The first escalator in Japan was built in 1914 (Taisho 3), the year of the Tokyo World Expo, and it is said that crowds of people would line up to ascend the not very long incline. There are also stories of how, soon after the war, Occupation GIs or MPs, fresh from the countryside, would marvel at escalators running in Tokyo department stores. Japan’s predilection for the new has driven its transformation.

  At the same time, although over the intervening decades we have embraced many of the futurist values invoked at the Senri Hills site, there are others we can only gaze back on as eccentricities. Early signs of decline already perceptible in efforts to reignite economic growth, in a sense to reinvigorate the nation, as embodied in the opening of the new Tomei Expressway. All the remains of the venue is the iconic Tower of the Sun, but we tend to forget how a member of the Japanese Red Army occupied one of its eye sockets, or how Yukio Mishima took his life by seppuku. But what is clear is that by diligently completing the homework we assigned ourselves since the 1970s, we ended up with the world we have today, and without the things we have lost. In those years, Japan has been watching and waiting for the gap between the giant oddity of Senri Hills and the surrounding landscape to narrow, and indeed it has come to pass.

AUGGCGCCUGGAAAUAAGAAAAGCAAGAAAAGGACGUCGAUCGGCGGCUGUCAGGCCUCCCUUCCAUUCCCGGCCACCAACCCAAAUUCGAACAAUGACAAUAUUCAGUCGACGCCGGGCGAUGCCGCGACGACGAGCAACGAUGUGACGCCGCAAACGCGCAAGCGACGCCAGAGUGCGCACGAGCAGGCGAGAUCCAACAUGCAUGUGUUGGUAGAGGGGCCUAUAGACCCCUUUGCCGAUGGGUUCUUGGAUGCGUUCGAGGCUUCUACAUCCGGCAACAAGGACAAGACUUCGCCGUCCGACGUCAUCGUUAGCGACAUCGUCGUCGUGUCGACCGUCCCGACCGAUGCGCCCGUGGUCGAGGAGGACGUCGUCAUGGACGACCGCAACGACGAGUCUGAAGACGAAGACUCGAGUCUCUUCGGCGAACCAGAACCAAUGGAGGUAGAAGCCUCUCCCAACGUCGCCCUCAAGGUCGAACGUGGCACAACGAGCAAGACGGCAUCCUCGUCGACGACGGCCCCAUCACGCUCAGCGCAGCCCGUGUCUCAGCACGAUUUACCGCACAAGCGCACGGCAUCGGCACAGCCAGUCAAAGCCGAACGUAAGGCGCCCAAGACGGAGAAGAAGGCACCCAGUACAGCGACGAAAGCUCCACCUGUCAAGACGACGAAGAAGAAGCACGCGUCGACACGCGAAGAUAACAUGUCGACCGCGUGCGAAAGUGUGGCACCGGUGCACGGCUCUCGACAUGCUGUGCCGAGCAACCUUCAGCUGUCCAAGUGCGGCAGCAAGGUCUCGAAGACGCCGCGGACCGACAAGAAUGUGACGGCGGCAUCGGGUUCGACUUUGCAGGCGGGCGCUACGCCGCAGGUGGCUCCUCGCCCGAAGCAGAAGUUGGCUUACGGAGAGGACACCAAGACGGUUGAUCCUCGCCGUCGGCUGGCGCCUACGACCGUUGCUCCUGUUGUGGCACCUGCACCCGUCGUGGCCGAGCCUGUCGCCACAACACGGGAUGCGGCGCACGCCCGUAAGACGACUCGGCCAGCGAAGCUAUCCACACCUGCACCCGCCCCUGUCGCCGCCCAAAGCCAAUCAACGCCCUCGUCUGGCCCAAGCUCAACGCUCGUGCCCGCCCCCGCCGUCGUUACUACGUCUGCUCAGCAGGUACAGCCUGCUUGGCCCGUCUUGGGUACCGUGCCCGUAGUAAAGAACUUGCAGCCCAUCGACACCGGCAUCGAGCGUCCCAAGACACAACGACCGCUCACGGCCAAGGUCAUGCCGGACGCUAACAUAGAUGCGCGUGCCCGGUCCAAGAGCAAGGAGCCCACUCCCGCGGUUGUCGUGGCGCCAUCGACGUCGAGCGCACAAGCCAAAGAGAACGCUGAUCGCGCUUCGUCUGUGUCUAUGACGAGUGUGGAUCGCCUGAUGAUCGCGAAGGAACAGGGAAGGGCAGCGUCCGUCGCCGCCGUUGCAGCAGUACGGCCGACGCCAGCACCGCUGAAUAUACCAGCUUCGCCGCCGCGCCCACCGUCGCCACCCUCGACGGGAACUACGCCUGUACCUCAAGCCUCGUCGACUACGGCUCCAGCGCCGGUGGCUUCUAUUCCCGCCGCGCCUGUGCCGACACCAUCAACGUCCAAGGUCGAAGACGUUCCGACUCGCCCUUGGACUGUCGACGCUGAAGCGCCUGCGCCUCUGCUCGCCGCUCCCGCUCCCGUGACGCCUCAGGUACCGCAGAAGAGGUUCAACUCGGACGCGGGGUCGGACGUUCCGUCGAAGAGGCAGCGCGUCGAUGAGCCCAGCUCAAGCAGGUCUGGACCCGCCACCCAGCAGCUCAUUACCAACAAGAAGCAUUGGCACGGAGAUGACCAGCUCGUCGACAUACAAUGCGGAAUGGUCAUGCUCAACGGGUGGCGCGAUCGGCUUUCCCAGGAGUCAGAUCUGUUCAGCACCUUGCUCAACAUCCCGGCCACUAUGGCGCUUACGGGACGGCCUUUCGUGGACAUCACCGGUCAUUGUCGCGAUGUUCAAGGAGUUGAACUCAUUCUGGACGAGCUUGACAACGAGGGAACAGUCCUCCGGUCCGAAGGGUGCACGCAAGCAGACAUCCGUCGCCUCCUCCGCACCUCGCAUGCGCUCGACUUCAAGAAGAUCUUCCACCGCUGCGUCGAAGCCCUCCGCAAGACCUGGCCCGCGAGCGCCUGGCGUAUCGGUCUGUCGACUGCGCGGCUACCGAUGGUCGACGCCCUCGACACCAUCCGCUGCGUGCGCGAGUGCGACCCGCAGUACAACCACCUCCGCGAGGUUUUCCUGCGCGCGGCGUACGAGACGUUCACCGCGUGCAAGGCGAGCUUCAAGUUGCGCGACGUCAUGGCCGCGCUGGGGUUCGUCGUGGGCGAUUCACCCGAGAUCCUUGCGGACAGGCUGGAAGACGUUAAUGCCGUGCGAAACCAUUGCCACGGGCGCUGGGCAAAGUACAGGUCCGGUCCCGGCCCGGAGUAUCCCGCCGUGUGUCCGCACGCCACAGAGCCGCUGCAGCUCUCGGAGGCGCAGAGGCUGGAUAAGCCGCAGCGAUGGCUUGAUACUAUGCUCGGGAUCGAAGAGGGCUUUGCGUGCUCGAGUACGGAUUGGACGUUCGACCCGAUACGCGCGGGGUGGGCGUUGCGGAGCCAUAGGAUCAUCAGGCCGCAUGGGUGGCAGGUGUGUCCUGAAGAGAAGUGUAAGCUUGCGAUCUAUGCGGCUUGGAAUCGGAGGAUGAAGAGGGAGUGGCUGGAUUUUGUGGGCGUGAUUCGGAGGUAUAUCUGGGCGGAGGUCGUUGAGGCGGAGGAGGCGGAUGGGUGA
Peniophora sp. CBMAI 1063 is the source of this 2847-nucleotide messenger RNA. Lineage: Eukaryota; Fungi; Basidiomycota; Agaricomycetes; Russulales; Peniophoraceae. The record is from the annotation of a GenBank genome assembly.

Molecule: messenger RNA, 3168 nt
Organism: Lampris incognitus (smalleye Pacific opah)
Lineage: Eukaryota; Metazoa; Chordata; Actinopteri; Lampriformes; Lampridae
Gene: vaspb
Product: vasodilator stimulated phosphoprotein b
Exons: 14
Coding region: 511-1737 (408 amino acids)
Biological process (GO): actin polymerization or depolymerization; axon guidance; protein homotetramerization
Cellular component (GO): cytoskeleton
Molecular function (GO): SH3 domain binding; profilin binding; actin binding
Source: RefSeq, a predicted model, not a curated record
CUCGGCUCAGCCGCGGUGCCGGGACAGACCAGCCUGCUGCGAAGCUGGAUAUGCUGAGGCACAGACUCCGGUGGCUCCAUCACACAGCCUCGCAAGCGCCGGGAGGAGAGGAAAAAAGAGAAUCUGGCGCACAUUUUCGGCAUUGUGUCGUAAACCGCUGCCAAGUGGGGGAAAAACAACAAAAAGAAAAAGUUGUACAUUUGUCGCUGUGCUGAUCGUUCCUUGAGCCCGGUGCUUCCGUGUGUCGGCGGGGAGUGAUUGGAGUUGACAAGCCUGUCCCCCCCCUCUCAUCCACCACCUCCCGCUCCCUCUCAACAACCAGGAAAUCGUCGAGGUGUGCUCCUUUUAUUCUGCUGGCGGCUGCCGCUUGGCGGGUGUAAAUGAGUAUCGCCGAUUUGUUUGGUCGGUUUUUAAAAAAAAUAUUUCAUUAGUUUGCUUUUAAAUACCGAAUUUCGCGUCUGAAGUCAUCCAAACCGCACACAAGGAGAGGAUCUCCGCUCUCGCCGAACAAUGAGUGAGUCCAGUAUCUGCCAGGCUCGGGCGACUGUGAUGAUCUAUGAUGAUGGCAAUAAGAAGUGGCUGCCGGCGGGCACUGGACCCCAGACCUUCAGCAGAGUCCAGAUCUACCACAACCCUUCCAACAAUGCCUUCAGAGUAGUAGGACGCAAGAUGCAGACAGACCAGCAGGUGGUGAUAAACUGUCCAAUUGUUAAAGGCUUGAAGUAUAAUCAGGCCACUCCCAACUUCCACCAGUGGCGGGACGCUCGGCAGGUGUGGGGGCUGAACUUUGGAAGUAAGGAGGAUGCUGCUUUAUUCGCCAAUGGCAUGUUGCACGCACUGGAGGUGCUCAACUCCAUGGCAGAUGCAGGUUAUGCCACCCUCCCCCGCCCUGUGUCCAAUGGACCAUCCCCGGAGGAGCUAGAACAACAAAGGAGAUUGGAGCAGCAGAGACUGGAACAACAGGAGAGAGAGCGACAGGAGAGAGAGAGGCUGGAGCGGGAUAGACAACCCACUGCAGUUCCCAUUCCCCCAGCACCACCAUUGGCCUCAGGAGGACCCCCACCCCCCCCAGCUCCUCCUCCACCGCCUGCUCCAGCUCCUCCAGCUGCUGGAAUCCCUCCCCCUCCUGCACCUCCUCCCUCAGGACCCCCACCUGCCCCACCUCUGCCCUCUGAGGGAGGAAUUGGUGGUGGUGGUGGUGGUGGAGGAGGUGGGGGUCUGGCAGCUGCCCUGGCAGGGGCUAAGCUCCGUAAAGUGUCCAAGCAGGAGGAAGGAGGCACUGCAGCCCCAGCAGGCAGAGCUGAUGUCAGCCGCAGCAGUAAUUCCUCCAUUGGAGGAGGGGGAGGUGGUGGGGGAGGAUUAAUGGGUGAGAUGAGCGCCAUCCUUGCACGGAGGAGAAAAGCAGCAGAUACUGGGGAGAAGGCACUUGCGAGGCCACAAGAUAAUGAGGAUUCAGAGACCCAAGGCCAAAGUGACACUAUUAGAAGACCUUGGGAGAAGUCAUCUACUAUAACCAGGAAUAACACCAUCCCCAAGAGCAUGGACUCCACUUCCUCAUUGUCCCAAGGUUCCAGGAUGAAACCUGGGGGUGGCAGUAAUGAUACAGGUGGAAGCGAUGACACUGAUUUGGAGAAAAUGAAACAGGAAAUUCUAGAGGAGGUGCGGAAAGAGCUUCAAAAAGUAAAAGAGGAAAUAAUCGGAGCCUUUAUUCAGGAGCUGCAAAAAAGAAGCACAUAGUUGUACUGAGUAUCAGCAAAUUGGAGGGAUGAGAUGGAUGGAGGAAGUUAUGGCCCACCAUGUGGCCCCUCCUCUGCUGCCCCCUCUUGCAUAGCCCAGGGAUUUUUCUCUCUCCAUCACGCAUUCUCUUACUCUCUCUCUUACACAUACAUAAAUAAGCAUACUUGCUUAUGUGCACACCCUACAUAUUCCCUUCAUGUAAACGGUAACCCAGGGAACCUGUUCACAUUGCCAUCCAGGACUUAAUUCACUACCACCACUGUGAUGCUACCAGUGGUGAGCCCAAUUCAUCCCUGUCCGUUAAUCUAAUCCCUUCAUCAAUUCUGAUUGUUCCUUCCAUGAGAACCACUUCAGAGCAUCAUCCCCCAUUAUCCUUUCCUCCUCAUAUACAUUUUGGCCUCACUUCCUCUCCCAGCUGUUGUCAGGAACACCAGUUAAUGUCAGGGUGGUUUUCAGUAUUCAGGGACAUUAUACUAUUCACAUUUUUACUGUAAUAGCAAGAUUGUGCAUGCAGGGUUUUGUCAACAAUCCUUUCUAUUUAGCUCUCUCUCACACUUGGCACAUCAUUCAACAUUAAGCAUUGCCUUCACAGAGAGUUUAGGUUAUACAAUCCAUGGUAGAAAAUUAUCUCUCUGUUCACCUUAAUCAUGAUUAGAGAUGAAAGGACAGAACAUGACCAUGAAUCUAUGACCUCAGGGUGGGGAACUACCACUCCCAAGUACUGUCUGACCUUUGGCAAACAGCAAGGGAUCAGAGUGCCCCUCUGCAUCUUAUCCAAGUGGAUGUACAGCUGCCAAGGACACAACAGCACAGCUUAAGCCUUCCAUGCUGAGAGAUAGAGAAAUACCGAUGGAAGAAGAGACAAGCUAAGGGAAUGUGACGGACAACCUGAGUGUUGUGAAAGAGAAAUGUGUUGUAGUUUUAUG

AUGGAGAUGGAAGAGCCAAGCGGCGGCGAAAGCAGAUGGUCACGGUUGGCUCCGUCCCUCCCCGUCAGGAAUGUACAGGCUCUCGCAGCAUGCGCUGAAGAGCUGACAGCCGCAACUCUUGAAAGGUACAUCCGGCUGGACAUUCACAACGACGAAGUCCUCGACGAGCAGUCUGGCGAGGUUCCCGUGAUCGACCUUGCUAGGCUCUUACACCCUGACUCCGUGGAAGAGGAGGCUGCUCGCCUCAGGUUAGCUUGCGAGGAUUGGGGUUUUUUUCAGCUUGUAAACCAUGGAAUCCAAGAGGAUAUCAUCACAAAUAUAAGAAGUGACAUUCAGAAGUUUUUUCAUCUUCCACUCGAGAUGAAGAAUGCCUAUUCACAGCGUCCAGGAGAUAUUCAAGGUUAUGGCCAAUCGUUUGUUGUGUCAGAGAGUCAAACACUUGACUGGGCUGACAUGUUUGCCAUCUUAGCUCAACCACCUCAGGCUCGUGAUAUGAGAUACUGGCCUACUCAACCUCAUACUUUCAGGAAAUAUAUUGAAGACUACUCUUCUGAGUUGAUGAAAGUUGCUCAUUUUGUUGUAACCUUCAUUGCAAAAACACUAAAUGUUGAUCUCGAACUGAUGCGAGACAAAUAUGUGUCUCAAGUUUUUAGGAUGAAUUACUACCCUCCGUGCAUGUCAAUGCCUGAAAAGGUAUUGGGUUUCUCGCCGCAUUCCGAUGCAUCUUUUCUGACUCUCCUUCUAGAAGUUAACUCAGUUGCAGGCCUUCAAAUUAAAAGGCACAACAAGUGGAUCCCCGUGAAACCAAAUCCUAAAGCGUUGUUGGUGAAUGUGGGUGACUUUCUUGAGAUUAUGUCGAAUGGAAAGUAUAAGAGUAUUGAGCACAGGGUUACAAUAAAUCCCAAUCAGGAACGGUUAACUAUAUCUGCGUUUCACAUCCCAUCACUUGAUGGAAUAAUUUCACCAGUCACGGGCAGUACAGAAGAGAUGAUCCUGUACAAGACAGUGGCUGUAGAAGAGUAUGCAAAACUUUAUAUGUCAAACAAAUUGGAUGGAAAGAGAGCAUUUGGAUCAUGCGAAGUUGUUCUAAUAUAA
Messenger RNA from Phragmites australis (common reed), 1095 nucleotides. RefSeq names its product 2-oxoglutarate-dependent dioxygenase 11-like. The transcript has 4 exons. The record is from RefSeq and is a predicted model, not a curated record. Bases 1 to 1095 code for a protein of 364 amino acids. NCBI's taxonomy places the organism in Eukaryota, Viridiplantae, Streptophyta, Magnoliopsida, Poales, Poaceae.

When watching cinematic oldies like “Sunset on Third Street” and “A Boy Called H,” I often feel like I have momentarily time-traveled back to the Showa 30s (1955–1964). And what is clear is that during that decade a revival was underway of the prewar Japan that had been lost to the ravages of war, not only in Tokyo, but in my hometown of Osaka as well. Not earthquake, nor firebombs, nor flood could destroy that special something, until we ourselves began to abandon it from the 1960s on. When our children look at the Tower of the Sun, what will they see in it? If a monument is intended an architectural testament to history, how can it be other than monumental in scale?